October 23 Day 594: 11 Hours

The body is an amazing device that runs on nervous energy and caffeine. Until it doesn’t.

On Friday morning (9 am Pacific time) , I gave a talk at the Virtual Gathering4Gardner Celebration of Mind. I was so excited to be invited. I had new material I wanted to share. And I was overcommitted.

The honor was too great to turn down, so I made time for it. I wanted it to be memorable. Special. Uplifting. So much so, that I worked late (very late) every night last week, writing and refining. Yes, it begins with a karaoke revision of “Always look on the bright side of life” and included Dune Peninsula Park, named after Frank Herbert and his novel Dune, as the movie was finally released in theaters and on HBOMax.

Slide from my presentation on Friday.

I think it succeeded. There were plenty of congratulations in the chat from people I respect and admire.

But once that adrenaline rush was done, I was done. Somehow I managed to hold things together throughout the rest of the work day. That evening, as my husband Mark and I sat down to watch the Dune movie, I could not keep my eyes open no matter how badly I wanted to.

The movie is beautiful but not exactly action packed. I was not in the right frame of mind to appreciate it. After jerking awake for the third time, I had to call it a night. I crawled into bed at 9:30 pm and promptly fell sound asleep.

I did not budge until 11 hours later at which time I watched the first G4G presentation on my phone while still under the covers. It was a wonderful talk. (I really liked @Ayliean’s notion that to understand a thing, you need to be able to draw it. )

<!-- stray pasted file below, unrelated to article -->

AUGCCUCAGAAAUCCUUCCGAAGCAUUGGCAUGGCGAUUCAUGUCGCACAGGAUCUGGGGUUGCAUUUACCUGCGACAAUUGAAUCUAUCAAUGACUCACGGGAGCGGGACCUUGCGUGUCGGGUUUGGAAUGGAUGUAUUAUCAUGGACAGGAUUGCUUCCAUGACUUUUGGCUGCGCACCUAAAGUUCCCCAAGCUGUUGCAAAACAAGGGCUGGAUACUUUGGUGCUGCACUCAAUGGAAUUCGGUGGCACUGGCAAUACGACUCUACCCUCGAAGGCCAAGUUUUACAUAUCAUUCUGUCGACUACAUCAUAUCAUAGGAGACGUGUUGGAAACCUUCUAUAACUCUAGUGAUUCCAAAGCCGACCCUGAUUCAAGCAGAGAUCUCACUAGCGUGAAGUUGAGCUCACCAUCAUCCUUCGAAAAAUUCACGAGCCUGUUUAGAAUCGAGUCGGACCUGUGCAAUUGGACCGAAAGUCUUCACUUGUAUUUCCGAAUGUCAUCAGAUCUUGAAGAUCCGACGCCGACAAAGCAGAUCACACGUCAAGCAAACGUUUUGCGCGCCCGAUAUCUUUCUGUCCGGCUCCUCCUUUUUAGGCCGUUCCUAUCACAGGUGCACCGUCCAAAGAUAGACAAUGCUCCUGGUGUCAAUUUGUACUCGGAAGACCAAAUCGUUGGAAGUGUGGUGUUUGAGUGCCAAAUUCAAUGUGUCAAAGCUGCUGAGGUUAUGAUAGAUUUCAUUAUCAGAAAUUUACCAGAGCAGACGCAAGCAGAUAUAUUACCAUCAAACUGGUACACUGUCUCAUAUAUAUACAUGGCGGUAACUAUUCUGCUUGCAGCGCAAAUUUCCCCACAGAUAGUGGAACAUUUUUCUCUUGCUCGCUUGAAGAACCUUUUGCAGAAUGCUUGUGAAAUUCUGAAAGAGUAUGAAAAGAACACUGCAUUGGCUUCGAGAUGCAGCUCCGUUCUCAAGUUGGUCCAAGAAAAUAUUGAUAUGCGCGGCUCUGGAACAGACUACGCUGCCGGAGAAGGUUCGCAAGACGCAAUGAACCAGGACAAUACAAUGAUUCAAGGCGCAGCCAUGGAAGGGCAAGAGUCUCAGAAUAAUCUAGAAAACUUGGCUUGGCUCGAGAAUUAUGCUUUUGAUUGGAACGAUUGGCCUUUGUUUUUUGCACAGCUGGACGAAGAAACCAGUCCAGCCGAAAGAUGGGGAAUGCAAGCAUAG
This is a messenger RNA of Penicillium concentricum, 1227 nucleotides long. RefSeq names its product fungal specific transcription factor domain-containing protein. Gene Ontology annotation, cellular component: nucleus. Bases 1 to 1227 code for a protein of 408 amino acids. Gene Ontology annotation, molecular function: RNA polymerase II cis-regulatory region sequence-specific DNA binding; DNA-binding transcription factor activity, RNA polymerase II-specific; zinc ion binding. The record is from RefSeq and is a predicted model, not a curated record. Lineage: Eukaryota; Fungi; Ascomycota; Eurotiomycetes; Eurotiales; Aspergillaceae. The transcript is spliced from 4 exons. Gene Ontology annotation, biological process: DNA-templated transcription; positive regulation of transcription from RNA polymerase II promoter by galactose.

11 hours of sleep! I must have been exhausted.

Mark and I return to the movie this morning. I could appreciate it much more with a clear head. It is truly a love story to the original novel. Beautifully filmed. I look forward to the next—and there better be a next because they are no more than 1/2 of the way through the novel.

All the talks were recorded and they will get posted online eventually, maybe in a month or two. Knowing this upfront made me more nervous about the presentation—leading to all those late nights. Now that it is over, I can say unequivocally that it was worth it. My body might disagree.

I think another luxurious night of sleep in order.

Published by Jenny Quinn

Mathematician. Mother. Wife. Leader. I am a professor of mathematics at the University of Washington Tacoma. Mother of Anson and Zachary. Wife to Mark. President of the Mathematical Association of America.

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